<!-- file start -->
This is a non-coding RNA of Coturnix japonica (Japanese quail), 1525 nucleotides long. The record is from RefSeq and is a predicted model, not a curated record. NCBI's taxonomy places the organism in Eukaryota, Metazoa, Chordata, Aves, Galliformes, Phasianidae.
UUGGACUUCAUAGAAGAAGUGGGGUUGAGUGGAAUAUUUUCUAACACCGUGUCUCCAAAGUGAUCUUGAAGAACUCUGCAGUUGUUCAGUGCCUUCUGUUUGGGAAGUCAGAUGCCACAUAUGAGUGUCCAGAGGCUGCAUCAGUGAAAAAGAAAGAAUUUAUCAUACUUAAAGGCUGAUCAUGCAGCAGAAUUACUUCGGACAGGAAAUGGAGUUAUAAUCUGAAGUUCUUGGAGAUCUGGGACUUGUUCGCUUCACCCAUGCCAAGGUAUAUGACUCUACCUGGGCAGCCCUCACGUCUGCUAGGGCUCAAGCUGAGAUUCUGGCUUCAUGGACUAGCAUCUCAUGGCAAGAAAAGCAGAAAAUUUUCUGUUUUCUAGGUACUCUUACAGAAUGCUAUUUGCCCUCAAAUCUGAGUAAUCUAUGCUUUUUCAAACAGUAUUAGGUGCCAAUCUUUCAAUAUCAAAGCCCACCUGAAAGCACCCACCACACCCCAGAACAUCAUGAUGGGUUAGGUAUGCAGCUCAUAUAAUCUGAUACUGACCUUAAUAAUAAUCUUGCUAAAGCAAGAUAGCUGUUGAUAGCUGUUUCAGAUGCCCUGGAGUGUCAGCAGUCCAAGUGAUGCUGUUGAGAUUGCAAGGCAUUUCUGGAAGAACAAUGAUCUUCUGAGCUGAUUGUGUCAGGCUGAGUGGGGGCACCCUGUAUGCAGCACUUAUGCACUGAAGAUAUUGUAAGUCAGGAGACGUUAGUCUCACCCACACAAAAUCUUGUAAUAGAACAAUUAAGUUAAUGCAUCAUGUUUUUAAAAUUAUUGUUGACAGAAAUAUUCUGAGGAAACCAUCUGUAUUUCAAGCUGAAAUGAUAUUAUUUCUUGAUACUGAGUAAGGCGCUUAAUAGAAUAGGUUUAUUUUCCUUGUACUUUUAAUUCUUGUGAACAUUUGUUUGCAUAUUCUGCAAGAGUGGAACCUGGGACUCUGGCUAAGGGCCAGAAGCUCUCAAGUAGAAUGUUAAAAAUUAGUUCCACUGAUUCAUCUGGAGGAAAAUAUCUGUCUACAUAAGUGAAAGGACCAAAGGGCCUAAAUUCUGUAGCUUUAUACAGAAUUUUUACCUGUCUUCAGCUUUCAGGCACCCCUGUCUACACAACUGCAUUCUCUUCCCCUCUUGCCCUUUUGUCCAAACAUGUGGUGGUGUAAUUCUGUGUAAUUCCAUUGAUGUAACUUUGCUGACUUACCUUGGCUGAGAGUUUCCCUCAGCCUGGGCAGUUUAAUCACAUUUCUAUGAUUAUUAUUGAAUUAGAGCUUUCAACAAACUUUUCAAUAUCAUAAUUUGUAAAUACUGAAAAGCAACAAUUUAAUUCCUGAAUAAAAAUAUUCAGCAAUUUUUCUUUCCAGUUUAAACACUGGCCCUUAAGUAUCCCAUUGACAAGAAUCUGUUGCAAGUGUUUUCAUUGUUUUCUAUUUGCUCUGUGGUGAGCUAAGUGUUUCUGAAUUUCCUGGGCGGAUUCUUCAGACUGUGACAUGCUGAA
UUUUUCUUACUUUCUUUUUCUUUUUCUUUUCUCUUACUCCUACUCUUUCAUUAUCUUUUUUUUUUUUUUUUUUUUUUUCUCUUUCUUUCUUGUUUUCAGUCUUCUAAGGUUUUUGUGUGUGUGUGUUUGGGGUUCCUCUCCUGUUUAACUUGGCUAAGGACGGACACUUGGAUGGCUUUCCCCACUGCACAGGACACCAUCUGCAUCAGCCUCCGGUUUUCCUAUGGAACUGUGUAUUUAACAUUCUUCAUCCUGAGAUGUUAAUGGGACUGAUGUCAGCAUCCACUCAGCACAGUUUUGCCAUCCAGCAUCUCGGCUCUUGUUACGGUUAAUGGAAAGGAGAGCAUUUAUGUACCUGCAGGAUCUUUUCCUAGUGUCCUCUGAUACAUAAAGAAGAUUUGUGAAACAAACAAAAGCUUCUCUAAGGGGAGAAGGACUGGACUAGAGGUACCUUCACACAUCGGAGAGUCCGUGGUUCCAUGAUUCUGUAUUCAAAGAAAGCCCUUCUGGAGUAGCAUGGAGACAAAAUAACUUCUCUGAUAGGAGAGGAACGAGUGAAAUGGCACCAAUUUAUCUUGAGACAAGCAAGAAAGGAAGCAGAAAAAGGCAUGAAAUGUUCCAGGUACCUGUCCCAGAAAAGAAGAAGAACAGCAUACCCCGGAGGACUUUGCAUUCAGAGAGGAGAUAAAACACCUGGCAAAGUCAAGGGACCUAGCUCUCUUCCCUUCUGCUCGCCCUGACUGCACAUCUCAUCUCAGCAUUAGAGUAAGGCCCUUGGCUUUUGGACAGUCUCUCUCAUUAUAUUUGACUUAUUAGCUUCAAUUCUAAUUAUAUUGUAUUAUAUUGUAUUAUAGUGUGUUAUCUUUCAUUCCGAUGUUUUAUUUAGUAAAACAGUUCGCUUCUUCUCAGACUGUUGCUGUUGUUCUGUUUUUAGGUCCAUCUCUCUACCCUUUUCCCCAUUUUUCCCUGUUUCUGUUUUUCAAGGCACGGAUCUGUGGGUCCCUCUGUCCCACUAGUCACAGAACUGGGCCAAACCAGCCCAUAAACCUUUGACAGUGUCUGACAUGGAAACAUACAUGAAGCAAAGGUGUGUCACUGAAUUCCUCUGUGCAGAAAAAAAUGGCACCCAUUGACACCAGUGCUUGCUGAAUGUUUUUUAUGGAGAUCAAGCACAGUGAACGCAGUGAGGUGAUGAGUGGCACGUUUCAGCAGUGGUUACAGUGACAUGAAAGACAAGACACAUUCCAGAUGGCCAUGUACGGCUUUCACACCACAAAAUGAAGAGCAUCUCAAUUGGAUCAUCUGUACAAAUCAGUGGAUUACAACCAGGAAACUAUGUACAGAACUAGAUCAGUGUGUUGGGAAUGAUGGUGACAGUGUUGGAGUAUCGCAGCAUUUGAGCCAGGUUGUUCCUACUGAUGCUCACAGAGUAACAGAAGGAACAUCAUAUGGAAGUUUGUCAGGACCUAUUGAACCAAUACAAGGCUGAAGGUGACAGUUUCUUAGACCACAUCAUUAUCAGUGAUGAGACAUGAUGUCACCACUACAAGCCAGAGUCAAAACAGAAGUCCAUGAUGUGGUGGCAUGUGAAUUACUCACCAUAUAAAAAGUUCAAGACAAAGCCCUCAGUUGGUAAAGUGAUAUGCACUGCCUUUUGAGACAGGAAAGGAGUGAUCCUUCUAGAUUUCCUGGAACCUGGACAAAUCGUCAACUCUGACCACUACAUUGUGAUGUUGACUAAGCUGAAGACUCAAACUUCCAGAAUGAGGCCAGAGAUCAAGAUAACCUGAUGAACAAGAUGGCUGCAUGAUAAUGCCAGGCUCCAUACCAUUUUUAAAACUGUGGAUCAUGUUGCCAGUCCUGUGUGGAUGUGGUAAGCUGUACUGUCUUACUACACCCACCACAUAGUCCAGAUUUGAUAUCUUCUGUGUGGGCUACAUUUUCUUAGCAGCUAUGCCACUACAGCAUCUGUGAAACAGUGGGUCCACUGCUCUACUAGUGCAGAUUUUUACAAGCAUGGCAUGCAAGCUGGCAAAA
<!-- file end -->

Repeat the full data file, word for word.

This is a non-coding RNA of Coturnix japonica (Japanese quail), 1525 nucleotides long. The record is from RefSeq and is a predicted model, not a curated record. NCBI's taxonomy places the organism in Eukaryota, Metazoa, Chordata, Aves, Galliformes, Phasianidae.
UUGGACUUCAUAGAAGAAGUGGGGUUGAGUGGAAUAUUUUCUAACACCGUGUCUCCAAAGUGAUCUUGAAGAACUCUGCAGUUGUUCAGUGCCUUCUGUUUGGGAAGUCAGAUGCCACAUAUGAGUGUCCAGAGGCUGCAUCAGUGAAAAAGAAAGAAUUUAUCAUACUUAAAGGCUGAUCAUGCAGCAGAAUUACUUCGGACAGGAAAUGGAGUUAUAAUCUGAAGUUCUUGGAGAUCUGGGACUUGUUCGCUUCACCCAUGCCAAGGUAUAUGACUCUACCUGGGCAGCCCUCACGUCUGCUAGGGCUCAAGCUGAGAUUCUGGCUUCAUGGACUAGCAUCUCAUGGCAAGAAAAGCAGAAAAUUUUCUGUUUUCUAGGUACUCUUACAGAAUGCUAUUUGCCCUCAAAUCUGAGUAAUCUAUGCUUUUUCAAACAGUAUUAGGUGCCAAUCUUUCAAUAUCAAAGCCCACCUGAAAGCACCCACCACACCCCAGAACAUCAUGAUGGGUUAGGUAUGCAGCUCAUAUAAUCUGAUACUGACCUUAAUAAUAAUCUUGCUAAAGCAAGAUAGCUGUUGAUAGCUGUUUCAGAUGCCCUGGAGUGUCAGCAGUCCAAGUGAUGCUGUUGAGAUUGCAAGGCAUUUCUGGAAGAACAAUGAUCUUCUGAGCUGAUUGUGUCAGGCUGAGUGGGGGCACCCUGUAUGCAGCACUUAUGCACUGAAGAUAUUGUAAGUCAGGAGACGUUAGUCUCACCCACACAAAAUCUUGUAAUAGAACAAUUAAGUUAAUGCAUCAUGUUUUUAAAAUUAUUGUUGACAGAAAUAUUCUGAGGAAACCAUCUGUAUUUCAAGCUGAAAUGAUAUUAUUUCUUGAUACUGAGUAAGGCGCUUAAUAGAAUAGGUUUAUUUUCCUUGUACUUUUAAUUCUUGUGAACAUUUGUUUGCAUAUUCUGCAAGAGUGGAACCUGGGACUCUGGCUAAGGGCCAGAAGCUCUCAAGUAGAAUGUUAAAAAUUAGUUCCACUGAUUCAUCUGGAGGAAAAUAUCUGUCUACAUAAGUGAAAGGACCAAAGGGCCUAAAUUCUGUAGCUUUAUACAGAAUUUUUACCUGUCUUCAGCUUUCAGGCACCCCUGUCUACACAACUGCAUUCUCUUCCCCUCUUGCCCUUUUGUCCAAACAUGUGGUGGUGUAAUUCUGUGUAAUUCCAUUGAUGUAACUUUGCUGACUUACCUUGGCUGAGAGUUUCCCUCAGCCUGGGCAGUUUAAUCACAUUUCUAUGAUUAUUAUUGAAUUAGAGCUUUCAACAAACUUUUCAAUAUCAUAAUUUGUAAAUACUGAAAAGCAACAAUUUAAUUCCUGAAUAAAAAUAUUCAGCAAUUUUUCUUUCCAGUUUAAACACUGGCCCUUAAGUAUCCCAUUGACAAGAAUCUGUUGCAAGUGUUUUCAUUGUUUUCUAUUUGCUCUGUGGUGAGCUAAGUGUUUCUGAAUUUCCUGGGCGGAUUCUUCAGACUGUGACAUGCUGAA
UUUUUCUUACUUUCUUUUUCUUUUUCUUUUCUCUUACUCCUACUCUUUCAUUAUCUUUUUUUUUUUUUUUUUUUUUUUCUCUUUCUUUCUUGUUUUCAGUCUUCUAAGGUUUUUGUGUGUGUGUGUUUGGGGUUCCUCUCCUGUUUAACUUGGCUAAGGACGGACACUUGGAUGGCUUUCCCCACUGCACAGGACACCAUCUGCAUCAGCCUCCGGUUUUCCUAUGGAACUGUGUAUUUAACAUUCUUCAUCCUGAGAUGUUAAUGGGACUGAUGUCAGCAUCCACUCAGCACAGUUUUGCCAUCCAGCAUCUCGGCUCUUGUUACGGUUAAUGGAAAGGAGAGCAUUUAUGUACCUGCAGGAUCUUUUCCUAGUGUCCUCUGAUACAUAAAGAAGAUUUGUGAAACAAACAAAAGCUUCUCUAAGGGGAGAAGGACUGGACUAGAGGUACCUUCACACAUCGGAGAGUCCGUGGUUCCAUGAUUCUGUAUUCAAAGAAAGCCCUUCUGGAGUAGCAUGGAGACAAAAUAACUUCUCUGAUAGGAGAGGAACGAGUGAAAUGGCACCAAUUUAUCUUGAGACAAGCAAGAAAGGAAGCAGAAAAAGGCAUGAAAUGUUCCAGGUACCUGUCCCAGAAAAGAAGAAGAACAGCAUACCCCGGAGGACUUUGCAUUCAGAGAGGAGAUAAAACACCUGGCAAAGUCAAGGGACCUAGCUCUCUUCCCUUCUGCUCGCCCUGACUGCACAUCUCAUCUCAGCAUUAGAGUAAGGCCCUUGGCUUUUGGACAGUCUCUCUCAUUAUAUUUGACUUAUUAGCUUCAAUUCUAAUUAUAUUGUAUUAUAUUGUAUUAUAGUGUGUUAUCUUUCAUUCCGAUGUUUUAUUUAGUAAAACAGUUCGCUUCUUCUCAGACUGUUGCUGUUGUUCUGUUUUUAGGUCCAUCUCUCUACCCUUUUCCCCAUUUUUCCCUGUUUCUGUUUUUCAAGGCACGGAUCUGUGGGUCCCUCUGUCCCACUAGUCACAGAACUGGGCCAAACCAGCCCAUAAACCUUUGACAGUGUCUGACAUGGAAACAUACAUGAAGCAAAGGUGUGUCACUGAAUUCCUCUGUGCAGAAAAAAAUGGCACCCAUUGACACCAGUGCUUGCUGAAUGUUUUUUAUGGAGAUCAAGCACAGUGAACGCAGUGAGGUGAUGAGUGGCACGUUUCAGCAGUGGUUACAGUGACAUGAAAGACAAGACACAUUCCAGAUGGCCAUGUACGGCUUUCACACCACAAAAUGAAGAGCAUCUCAAUUGGAUCAUCUGUACAAAUCAGUGGAUUACAACCAGGAAACUAUGUACAGAACUAGAUCAGUGUGUUGGGAAUGAUGGUGACAGUGUUGGAGUAUCGCAGCAUUUGAGCCAGGUUGUUCCUACUGAUGCUCACAGAGUAACAGAAGGAACAUCAUAUGGAAGUUUGUCAGGACCUAUUGAACCAAUACAAGGCUGAAGGUGACAGUUUCUUAGACCACAUCAUUAUCAGUGAUGAGACAUGAUGUCACCACUACAAGCCAGAGUCAAAACAGAAGUCCAUGAUGUGGUGGCAUGUGAAUUACUCACCAUAUAAAAAGUUCAAGACAAAGCCCUCAGUUGGUAAAGUGAUAUGCACUGCCUUUUGAGACAGGAAAGGAGUGAUCCUUCUAGAUUUCCUGGAACCUGGACAAAUCGUCAACUCUGACCACUACAUUGUGAUGUUGACUAAGCUGAAGACUCAAACUUCCAGAAUGAGGCCAGAGAUCAAGAUAACCUGAUGAACAAGAUGGCUGCAUGAUAAUGCCAGGCUCCAUACCAUUUUUAAAACUGUGGAUCAUGUUGCCAGUCCUGUGUGGAUGUGGUAAGCUGUACUGUCUUACUACACCCACCACAUAGUCCAGAUUUGAUAUCUUCUGUGUGGGCUACAUUUUCUUAGCAGCUAUGCCACUACAGCAUCUGUGAAACAGUGGGUCCACUGCUCUACUAGUGCAGAUUUUUACAAGCAUGGCAUGCAAGCUGGCAAAA